Our Hor To Guide
Our guide is simple and straight forward
- Who makes the best tyres?
- How long should tyres last?
- How does tyre labelling work?
- How does tyre sizing work?
There are definitely several brands that are classed as ‘premium’
However, it’s also about how much you’ve got to spend, and in many cases what type of car you’re driving. Tyre fitment can be vehicle specific, and picking the wrong ones could easily have a detrimental effect on your car’s handling. If in any doubt, check your servicing book to see which ones are recommended.
Some budget tyres perform surprisingly well in certain circumstances at the expense of other qualities, for example having brilliant dry grip but loads of road noise, so to bring it all together there’s now an industry-recognised labelling system for all new tyres.
How Long Do Tyres Last?
The answer to this question involves several variables since it depends not only on which tyres your car is using, but how you're driving, the condition of the roads you've used and how well you're looking after the tyres themselves.
However, for general driving, we'd expect you should be able to get 20000 miles from a set of four without much fuss. Obviously, that'll be far lower if you've got a supercar with expensive, sticky rubber, or an off-roader with chunky all-terrain tread.
How Tyre Labelling Works
The factors that are shown are:
- Fuel efficiency – this is the rolling resistance of the tyre, which has an effect on how much fuel your car uses. It’s listed on a sliding scale from A (best performer) to G (poorest fuel economy)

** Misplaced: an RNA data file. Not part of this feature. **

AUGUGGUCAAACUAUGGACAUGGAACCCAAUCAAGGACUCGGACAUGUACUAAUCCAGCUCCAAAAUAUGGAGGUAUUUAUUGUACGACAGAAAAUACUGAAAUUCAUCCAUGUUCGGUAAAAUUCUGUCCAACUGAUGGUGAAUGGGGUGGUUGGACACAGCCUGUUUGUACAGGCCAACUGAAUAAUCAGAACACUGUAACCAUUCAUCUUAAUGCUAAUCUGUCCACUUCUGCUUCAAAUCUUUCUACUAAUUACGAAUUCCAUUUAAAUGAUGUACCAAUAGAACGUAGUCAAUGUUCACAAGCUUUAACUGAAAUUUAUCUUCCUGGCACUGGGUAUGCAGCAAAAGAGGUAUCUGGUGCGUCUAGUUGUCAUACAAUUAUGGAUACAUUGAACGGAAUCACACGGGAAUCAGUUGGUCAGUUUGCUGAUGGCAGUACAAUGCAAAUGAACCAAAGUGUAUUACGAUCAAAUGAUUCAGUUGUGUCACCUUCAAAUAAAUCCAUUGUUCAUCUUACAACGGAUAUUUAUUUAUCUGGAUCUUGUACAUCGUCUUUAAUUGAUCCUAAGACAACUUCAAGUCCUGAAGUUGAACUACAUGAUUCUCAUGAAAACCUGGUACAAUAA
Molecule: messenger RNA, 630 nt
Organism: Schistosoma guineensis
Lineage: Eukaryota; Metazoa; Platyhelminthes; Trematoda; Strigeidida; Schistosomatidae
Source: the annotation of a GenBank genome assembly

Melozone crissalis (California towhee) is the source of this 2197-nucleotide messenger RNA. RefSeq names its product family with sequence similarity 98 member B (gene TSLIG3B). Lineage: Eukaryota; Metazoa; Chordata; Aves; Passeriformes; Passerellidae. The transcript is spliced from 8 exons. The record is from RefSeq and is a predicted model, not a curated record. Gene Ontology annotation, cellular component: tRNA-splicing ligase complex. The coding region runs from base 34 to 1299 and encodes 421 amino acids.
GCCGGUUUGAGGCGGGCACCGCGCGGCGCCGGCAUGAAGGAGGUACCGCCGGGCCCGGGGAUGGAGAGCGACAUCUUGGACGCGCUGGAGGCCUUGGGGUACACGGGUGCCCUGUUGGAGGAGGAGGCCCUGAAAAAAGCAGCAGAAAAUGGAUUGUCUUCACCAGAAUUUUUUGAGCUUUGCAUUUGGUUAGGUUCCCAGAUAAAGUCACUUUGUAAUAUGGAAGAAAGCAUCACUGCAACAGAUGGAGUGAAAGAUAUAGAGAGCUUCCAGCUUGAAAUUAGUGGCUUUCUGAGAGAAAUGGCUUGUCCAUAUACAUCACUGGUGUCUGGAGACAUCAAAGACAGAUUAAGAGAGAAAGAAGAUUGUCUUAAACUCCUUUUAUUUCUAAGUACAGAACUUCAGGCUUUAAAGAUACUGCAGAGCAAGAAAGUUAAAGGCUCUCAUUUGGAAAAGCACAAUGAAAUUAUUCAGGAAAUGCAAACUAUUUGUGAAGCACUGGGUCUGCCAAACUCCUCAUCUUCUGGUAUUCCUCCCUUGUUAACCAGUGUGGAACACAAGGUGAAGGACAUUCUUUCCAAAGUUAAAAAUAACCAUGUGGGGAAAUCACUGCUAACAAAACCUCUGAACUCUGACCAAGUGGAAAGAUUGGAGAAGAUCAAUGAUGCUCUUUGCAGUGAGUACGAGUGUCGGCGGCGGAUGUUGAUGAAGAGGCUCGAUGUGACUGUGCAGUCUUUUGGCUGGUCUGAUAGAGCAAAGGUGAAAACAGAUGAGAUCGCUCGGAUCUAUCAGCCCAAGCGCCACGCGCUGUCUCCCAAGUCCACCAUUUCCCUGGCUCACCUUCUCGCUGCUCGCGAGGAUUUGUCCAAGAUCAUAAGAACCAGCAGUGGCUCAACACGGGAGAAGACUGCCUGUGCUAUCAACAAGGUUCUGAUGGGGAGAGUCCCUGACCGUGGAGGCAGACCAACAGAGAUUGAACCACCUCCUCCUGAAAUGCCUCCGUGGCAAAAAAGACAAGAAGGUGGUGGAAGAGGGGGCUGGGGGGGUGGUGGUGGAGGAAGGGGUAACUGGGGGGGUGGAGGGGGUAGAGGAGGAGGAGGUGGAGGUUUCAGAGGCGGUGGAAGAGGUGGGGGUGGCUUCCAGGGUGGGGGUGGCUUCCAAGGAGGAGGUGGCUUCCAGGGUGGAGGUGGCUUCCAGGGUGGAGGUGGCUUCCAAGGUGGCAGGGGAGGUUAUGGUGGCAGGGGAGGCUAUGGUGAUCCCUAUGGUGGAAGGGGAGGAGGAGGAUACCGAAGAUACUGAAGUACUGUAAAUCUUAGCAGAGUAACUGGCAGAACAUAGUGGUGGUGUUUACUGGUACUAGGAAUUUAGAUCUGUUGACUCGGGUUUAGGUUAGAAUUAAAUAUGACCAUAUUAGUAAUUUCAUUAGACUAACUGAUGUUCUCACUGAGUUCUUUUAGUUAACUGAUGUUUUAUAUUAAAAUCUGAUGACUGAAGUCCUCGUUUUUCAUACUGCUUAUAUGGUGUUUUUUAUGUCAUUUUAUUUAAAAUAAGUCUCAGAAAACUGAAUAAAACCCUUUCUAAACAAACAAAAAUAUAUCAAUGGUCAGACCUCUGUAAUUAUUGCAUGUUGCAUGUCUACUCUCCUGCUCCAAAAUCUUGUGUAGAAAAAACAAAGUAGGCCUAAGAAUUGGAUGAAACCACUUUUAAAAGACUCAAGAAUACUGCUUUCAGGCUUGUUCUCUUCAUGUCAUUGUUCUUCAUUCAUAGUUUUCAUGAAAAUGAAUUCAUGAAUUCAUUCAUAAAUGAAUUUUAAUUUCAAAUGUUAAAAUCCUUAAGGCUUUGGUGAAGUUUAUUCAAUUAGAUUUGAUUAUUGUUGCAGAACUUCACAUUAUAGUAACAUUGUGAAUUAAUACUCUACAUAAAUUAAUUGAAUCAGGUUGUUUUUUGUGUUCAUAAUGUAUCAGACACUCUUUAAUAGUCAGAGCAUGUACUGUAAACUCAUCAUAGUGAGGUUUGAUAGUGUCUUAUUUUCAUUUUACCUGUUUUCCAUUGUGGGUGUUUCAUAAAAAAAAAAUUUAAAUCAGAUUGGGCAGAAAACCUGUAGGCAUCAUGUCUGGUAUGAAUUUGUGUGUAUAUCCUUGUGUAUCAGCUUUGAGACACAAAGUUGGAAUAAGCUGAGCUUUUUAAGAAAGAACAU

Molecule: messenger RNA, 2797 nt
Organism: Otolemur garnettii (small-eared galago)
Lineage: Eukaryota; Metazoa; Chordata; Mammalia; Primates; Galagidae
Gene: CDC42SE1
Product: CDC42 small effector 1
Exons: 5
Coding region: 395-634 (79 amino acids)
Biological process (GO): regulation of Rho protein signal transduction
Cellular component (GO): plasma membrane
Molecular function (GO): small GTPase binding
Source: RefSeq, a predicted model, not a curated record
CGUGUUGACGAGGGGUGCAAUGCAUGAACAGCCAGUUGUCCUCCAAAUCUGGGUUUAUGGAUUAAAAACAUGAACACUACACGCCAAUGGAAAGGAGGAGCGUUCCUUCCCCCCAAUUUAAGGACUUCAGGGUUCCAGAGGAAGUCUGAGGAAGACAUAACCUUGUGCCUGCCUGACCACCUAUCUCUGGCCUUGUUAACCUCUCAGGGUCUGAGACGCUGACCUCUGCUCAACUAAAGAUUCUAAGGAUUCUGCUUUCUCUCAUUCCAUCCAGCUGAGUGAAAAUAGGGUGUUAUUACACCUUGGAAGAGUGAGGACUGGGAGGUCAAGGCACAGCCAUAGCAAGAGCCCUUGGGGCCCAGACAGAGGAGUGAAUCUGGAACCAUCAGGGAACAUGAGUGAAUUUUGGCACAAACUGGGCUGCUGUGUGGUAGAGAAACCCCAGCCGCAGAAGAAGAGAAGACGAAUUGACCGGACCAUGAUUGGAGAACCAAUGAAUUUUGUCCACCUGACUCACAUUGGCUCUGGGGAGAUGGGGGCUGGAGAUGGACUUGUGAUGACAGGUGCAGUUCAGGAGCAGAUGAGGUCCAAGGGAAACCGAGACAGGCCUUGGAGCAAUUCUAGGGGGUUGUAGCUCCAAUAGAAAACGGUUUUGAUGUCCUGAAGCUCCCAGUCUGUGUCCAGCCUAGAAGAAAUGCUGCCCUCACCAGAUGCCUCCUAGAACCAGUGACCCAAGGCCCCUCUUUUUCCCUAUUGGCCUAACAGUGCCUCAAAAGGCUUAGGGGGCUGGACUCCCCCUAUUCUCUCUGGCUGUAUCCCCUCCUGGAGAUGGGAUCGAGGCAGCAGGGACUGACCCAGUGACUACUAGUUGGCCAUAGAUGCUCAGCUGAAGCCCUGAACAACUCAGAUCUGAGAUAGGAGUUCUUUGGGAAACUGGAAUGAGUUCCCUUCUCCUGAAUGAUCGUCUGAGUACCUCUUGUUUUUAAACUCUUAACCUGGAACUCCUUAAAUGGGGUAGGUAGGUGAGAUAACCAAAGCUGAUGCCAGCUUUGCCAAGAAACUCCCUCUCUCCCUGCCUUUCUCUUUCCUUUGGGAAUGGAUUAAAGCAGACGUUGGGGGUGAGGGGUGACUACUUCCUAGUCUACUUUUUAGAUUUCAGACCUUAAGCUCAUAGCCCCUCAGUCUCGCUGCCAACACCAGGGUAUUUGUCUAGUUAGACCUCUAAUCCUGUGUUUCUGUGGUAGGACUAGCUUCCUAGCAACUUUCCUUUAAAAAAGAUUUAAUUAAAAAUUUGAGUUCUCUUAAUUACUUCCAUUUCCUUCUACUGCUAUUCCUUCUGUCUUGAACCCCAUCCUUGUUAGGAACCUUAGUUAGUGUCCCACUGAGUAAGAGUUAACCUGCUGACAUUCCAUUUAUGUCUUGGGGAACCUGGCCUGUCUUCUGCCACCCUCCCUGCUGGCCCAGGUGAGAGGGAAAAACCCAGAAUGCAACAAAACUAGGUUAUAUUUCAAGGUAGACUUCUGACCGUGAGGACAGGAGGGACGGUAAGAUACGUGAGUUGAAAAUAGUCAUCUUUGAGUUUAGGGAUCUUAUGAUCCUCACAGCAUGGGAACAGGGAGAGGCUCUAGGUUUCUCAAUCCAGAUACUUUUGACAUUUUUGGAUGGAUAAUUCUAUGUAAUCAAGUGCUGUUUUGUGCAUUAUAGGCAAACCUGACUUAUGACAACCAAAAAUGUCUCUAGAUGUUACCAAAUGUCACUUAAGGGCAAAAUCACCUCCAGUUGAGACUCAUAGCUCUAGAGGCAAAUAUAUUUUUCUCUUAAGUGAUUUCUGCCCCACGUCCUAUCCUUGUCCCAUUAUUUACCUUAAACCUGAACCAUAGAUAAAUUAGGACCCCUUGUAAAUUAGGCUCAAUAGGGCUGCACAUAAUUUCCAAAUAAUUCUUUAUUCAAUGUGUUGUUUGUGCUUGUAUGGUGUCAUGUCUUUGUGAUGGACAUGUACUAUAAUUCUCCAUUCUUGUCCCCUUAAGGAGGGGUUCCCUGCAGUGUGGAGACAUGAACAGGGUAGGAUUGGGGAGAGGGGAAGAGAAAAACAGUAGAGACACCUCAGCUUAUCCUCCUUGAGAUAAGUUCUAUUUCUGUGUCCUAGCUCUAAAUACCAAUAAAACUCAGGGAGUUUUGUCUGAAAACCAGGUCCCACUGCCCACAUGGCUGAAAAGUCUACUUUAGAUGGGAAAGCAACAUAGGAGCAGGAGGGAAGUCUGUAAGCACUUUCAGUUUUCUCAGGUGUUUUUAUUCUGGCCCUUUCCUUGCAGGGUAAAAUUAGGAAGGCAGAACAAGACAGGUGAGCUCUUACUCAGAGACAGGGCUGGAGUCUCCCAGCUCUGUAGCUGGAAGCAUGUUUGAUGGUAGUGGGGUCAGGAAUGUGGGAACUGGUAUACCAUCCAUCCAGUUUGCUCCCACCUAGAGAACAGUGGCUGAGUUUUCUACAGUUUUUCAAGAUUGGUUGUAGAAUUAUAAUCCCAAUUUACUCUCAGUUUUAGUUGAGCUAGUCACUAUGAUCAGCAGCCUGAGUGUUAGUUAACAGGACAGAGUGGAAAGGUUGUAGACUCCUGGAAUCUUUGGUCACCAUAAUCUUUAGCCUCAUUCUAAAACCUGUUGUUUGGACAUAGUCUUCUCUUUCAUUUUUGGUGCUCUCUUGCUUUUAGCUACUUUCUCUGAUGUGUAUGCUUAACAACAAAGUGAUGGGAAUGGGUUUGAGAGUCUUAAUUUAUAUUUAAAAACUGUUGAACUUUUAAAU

- Wet grip – simply put, tyres with better-wet grip have shorter braking distances in damp conditions. Again this is labelled A-G
- External noise – you get two ratings here: one for the level of noise the tyre makes measured in lab conditions and displayed in decibels, and one that shows one, two or three ‘soundwaves’ giving the rating context with other tyres
What It Stands For
- 205 – the width of the tyre in millimetres
- 45 – the tyre’s aspect ratio
- R – simply tells you what sort of tyre it is. In this case, and the vast majority of others, it’s Radial
- 17 – the diameter of the tyre, in inches this time
- 91 – the load index of the tyre, i.e. how much weight it can carry. In our example 91 equates to 615kg per tyre, which is more than enough for a large family car or caravan
- W – the tyre speed rating. In this case, it’s W or 168mph
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